Review Meta Analysis
To estimate frequency of movement-evoked pain (MEP) measurement in human postsurgical investigations, we reviewed thoracotomy, knee arthroplasty, and hysterectomy clinical trials and meta-analyses. Only 39% of trials measured MEP and 52% failed to identify pain outcome as pain at rest (PAR) or MEP. Temporal trending did not suggest that MEP measurement is becoming more frequent. ⋯ This is an important problem because MEP is usually more severe than PAR; MEP exerts a more direct adverse impact on postsurgical functional recovery and several current and novel pain treatments differentially affect MEP vs PAR. Failure to distinguish between PAR and MEP and standardize their measurement threatens trial precision and ability to identify interventions with the most clinically relevant effects on pain. We therefore recommend developing consistent terminology regarding PAR and MEP, considering inclusion of MEP as a pain outcome in every postsurgical trial, and standardizing measurement of PAR and MEP on a procedure-specific basis.
Randomized Controlled Trial Multicenter Study
Multidisciplinary programmes using a vocational approach can enhance work return in chronic pain patients, but little is known about the long-term effects of rehabilitation. The current study examined the patterns of sickness absence 10 years after participation in 3 treatment groups (physiotherapy, cognitive behavioural therapy, and vocational multidisciplinary rehabilitation) in comparison to a control group receiving treatment-as-usual. Cost-effectiveness was also assessed. ⋯ The corresponding reduction of sickness absence after physiotherapy and cognitive behavioural therapy was not significantly different from the control group. The effect of rehabilitation seems to be more pronounced for disability pension than for sick leave. The economic analyses showed substantial cost savings for individuals in the multidisciplinary group compared to the control group.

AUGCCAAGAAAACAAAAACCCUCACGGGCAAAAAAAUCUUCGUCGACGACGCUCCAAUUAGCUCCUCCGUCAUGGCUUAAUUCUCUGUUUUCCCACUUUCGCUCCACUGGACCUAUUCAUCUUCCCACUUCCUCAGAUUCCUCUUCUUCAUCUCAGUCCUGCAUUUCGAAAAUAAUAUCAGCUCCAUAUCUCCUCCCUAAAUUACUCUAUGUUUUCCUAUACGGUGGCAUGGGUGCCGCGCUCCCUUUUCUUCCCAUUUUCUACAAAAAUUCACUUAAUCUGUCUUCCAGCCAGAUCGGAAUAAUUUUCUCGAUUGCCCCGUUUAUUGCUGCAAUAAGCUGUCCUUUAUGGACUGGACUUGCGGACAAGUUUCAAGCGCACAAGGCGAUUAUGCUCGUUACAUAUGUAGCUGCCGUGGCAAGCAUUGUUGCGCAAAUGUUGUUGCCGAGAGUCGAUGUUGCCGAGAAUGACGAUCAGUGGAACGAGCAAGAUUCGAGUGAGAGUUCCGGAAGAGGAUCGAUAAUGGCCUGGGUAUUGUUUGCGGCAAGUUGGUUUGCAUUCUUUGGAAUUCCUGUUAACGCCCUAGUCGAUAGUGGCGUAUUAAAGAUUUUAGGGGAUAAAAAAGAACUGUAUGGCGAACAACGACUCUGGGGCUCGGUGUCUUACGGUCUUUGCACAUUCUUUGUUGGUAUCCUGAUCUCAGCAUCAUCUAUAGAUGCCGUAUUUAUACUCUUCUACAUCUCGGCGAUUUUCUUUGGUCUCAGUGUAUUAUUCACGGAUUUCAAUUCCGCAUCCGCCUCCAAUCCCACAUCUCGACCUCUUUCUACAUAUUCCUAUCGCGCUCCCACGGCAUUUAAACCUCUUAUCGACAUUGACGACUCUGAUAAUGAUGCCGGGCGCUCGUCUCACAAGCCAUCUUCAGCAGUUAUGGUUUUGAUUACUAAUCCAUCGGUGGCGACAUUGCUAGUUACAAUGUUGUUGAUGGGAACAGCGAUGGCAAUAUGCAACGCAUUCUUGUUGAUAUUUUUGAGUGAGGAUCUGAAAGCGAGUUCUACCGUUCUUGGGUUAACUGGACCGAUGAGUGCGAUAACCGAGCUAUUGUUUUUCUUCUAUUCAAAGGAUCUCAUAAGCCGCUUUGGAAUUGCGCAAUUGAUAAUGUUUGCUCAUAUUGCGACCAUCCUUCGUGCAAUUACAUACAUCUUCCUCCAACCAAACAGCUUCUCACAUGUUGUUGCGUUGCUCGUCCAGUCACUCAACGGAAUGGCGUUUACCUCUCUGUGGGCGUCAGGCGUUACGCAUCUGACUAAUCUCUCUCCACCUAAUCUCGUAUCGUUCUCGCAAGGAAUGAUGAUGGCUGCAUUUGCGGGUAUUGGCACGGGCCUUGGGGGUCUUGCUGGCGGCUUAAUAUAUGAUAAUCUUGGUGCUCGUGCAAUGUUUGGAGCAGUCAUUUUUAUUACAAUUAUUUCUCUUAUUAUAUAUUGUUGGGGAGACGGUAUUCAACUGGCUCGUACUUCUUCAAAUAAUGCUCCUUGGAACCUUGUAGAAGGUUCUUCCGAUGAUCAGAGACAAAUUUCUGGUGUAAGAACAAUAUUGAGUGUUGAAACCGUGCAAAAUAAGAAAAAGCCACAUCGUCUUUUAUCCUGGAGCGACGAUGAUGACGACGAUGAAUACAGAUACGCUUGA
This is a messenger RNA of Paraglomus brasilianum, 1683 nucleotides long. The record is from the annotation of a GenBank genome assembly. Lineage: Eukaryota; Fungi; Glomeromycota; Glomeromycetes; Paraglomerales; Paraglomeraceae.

Growth mixture modeling (GMM) identified latent groups based on treatment outcome trajectories of headache disability measures in patients in headache subspecialty treatment clinics. Using a longitudinal design, 219 patients in headache subspecialty clinics in 4 large cities throughout Ohio provided data on their headache disability at pretreatment and 3 follow-up assessments. ⋯ Three-fourths of patients who initiated treatment with elevated disability levels did not report reductions in disability after 5 months of treatment with new preventive pharmacotherapies. Preventive headache agents may be most efficacious for patients with moderate levels of disability and for patients with high disability levels who attend all treatment appointments.